Having a yearly salary 40 times your monthly mortgage is a good gauge of what you can afford. In your case, you can afford a mortgage of around $1500 per month. Once again, bit of a stretch for a one bedroom. I agree with the others, a studio or alcove co-op is your best bet, but board approval can be difficult. Maintenance fees are partially tax deductible, which can help you save money in the long-run vs. renting.
In short, definitely possible to buy a studio in the Upper East Side, it just may take some work finding the right apartment for you. Call me at 561-909-7019 if you have any further questions. I'd love to help in any way I can.
I am thinking they might request 20% down payment, this can be confirmed with a phone call or two.
Kieran Rodgers, Mortgage Banker
The Federal Savings Bank I 560 Broadhollow Road I Melville, NY 11747 I USA
direct: (631) 316-7272
fax: (646) 564-9421
Don't know if you're still thinking about this, since you posted your question a while ago, but yes, it is absolutely possible, and in fact, based on your salary and the fact that it would qualify you for most income-restricted apartments, the short answer is that you'd be nuts not to think about buying now!
I live in Central/East Harlem. My best friend and I moved to Harlem at about the same time a few years ago, and she got a 2-br apartment with a balcony for $200K. The location is tremendously convenient; she and I are both halfway between the 2/3 and the 4/5/6 trains (as well as the Metro North), so it makes it super easy to get to pretty much any part of the city. A couple blocks past the 2/3 is the A/B/C/D train, which offers even more options.
I would strongly recommend buying for you, and would be happy to run a search for you if you'd like to look around at what's available.
Let me know if I can help!
Douglas Elliman Real Estate
My contact info firstname.lastname@example.org
Passing a coop board will normally require after-closing-cost liquidity, and commonly, within a range of 2 yr's maintenance and mortgage to 1 yr's maintenance and mortgage. For argument's sake, if that were $1,466 per month (combined), you'd need about $18,000 to $36,000 left over after your 20% (likely) down payment plus closing fees.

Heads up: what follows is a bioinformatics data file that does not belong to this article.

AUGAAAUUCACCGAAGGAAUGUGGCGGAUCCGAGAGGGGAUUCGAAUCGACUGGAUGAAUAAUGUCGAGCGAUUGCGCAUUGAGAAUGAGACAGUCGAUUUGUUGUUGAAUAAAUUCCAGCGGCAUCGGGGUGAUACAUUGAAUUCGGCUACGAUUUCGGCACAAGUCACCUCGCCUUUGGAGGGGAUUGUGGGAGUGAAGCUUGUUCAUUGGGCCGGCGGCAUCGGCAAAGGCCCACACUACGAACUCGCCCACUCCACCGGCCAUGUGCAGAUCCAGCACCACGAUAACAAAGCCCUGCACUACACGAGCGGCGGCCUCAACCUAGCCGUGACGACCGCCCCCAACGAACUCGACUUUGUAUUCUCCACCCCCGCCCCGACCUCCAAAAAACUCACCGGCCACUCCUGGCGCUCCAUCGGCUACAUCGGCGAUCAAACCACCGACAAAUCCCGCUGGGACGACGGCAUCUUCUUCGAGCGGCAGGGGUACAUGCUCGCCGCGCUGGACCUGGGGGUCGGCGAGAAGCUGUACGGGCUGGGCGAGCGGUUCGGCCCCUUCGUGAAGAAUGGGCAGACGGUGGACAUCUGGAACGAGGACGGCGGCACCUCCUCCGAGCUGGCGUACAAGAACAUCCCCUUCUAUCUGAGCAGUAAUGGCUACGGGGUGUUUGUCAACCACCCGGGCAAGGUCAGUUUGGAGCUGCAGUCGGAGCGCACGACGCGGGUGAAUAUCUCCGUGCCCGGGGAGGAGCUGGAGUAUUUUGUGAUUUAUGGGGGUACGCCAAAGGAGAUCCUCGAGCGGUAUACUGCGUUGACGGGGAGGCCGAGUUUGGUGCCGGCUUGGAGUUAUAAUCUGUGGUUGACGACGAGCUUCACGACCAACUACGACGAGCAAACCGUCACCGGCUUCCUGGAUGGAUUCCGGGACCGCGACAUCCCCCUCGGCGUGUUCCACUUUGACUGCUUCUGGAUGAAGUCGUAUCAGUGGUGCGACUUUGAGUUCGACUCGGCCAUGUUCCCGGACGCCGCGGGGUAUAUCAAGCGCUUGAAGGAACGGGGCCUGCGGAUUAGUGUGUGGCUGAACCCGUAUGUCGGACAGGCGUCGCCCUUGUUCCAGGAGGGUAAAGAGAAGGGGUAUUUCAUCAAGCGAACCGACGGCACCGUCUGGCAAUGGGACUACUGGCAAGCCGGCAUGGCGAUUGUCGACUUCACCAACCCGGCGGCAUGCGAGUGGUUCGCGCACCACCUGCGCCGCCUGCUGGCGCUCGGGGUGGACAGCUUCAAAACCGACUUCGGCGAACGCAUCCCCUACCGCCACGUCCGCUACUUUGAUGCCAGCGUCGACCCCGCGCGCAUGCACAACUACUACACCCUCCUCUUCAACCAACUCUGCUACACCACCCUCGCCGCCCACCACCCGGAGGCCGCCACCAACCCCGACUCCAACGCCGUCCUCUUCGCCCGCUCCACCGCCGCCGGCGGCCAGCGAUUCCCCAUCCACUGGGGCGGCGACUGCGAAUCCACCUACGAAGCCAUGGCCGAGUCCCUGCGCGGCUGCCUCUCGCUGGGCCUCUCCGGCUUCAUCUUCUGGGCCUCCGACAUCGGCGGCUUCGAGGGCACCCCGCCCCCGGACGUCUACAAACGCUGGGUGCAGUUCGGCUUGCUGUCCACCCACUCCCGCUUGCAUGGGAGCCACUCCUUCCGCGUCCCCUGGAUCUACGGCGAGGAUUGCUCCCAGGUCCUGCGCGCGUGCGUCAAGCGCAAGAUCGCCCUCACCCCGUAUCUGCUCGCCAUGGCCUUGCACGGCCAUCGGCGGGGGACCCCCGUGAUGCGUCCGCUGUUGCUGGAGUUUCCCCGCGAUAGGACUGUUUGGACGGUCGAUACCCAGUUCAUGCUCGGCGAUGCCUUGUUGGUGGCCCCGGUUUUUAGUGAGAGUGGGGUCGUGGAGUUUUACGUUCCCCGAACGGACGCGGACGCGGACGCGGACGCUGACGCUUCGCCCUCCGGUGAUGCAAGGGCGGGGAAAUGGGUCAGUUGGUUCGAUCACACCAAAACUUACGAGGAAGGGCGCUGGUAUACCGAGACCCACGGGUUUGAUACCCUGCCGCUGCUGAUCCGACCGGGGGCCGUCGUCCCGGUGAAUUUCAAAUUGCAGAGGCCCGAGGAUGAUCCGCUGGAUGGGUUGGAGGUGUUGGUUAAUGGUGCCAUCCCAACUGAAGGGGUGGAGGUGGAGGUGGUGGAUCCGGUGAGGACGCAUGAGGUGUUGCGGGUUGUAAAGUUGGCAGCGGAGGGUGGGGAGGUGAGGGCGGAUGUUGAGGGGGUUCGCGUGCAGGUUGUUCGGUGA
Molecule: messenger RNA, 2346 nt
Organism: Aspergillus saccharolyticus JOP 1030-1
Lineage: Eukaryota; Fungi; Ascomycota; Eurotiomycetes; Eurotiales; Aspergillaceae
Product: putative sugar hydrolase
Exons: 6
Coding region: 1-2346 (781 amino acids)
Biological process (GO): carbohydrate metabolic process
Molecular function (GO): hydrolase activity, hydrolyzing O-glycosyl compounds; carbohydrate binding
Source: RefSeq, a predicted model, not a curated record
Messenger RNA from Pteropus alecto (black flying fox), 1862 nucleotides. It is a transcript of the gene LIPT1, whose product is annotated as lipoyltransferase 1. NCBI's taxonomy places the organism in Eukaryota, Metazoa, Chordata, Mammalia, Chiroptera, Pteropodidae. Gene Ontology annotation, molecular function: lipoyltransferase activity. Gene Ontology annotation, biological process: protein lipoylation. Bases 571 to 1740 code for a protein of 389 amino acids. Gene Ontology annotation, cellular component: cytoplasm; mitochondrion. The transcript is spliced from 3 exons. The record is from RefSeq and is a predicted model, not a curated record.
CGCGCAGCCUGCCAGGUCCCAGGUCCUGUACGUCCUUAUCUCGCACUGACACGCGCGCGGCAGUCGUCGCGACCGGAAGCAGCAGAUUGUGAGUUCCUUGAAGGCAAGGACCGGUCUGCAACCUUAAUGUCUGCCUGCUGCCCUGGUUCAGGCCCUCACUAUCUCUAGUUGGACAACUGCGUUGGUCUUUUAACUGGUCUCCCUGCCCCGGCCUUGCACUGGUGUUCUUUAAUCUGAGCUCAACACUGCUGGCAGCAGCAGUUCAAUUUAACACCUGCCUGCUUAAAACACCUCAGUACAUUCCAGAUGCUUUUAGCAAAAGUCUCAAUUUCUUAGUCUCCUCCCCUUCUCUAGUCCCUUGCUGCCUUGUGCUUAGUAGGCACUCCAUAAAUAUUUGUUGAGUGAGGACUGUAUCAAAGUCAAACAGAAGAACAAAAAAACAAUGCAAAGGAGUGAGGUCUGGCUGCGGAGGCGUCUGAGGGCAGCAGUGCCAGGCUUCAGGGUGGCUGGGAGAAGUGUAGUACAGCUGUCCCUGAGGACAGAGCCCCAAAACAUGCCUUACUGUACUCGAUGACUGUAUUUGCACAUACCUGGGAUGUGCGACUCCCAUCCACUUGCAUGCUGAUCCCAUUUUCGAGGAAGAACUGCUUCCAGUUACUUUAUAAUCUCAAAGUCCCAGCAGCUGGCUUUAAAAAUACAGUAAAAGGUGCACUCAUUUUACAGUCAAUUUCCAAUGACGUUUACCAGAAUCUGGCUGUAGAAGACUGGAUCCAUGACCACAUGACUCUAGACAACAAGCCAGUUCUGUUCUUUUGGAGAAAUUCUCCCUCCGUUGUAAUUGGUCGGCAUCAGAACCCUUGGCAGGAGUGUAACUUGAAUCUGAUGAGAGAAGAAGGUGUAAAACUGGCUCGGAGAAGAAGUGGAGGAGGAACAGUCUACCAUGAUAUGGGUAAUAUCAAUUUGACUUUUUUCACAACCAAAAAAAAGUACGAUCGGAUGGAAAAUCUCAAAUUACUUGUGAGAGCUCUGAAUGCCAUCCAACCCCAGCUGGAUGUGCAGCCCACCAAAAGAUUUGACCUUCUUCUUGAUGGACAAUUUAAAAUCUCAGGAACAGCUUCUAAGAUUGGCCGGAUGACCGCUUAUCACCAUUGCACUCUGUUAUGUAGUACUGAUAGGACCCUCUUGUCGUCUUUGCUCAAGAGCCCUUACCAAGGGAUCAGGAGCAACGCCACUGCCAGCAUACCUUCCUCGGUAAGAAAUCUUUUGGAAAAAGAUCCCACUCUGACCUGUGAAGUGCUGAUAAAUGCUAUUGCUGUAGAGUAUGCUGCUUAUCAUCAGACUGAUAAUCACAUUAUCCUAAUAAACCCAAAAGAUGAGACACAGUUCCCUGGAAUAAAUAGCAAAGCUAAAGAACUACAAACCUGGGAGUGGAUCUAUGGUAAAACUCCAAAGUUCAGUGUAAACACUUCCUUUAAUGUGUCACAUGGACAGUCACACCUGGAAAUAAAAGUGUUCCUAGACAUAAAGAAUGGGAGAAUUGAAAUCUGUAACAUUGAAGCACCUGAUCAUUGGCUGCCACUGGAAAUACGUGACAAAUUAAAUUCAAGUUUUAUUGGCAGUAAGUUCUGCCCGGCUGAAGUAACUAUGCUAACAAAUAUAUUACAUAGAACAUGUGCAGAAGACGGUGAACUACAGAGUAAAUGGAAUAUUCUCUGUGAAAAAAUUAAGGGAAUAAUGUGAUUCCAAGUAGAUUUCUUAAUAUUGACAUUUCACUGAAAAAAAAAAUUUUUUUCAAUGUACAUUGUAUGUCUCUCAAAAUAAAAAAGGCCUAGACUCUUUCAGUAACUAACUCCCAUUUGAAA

Additionally, they will typically like to see that your monthly housing expense does not exceed 25 to 28% of your total annual income. Based on your salary, the maintenance and mortgage expense that you could afford would need to be at $1,466 or less. (There was a method to my madness in the carrying charges I indicated above.) Let's say your maintenance is $600 per month, your mortgage would need to be $866 or less which is unlikely if you are purchasing a one bedroom apartment on the Upper Eastside.
The solution for you may be purchsing a sponsor unit in which no board approval is needed. Sponsor units will ask you to pay for seller closing costs which include transfer tax. Keep in mind that doing so is negotiable, and at your price point, the state tranfer tax is roughly 1% of your purchase price + a tiny bit for the city.
So in summary, for your budget, it's more likely that your financials will work in purchasing a studio, perhaps with an alcove that could be converted or separated for privacy. You'll likely to need a sponsor unit and will probably be able to find one at about $280K.
Once you contact a lender or mortgage broker, they will let you know the specific amount of loan you will qualify for. Armed with a pre-approval, you'll be in a better position to determine your options.
If you'd like the names of some good lenders who could help you through this process, and certainly if you'd like to secure help to navigate the marketplace and locate what you need, I'm happy to assist.
Associate Broker, VP, Corcoran
The first step is to get pre-approved by a lender. This will give you an idea of what bank is willing to lend you based upon a variety of factors. It will give you an idea of the purchase price as well. Also bear in mind that co-ops have very different standards than the banks in terms of debt to income ratio as well as liquid assets after closing. The most important thing is to make sure you work with a skilled, experienced agent to guide you through the process.
I also live in the 10128 and know the area very well.
The answer to your question depends on the down payment and you ability to temporarily acquire assets. If you're looking at a 20% down building, you can buy up to $375K or $300K with 25% down.
Keep in mind, you will most likely be looking at a co-op and co-ops want to see assets left over after closing. Boards would also like to see a dept to income ratio of no more then 28% after closing.
What I would do first, is contact a mortgage professional and see how big of a loan you can qualify for and go from there.
Feel free to contact me with further questions and I will be happy to work with you or point you in the right direction.
BOND New York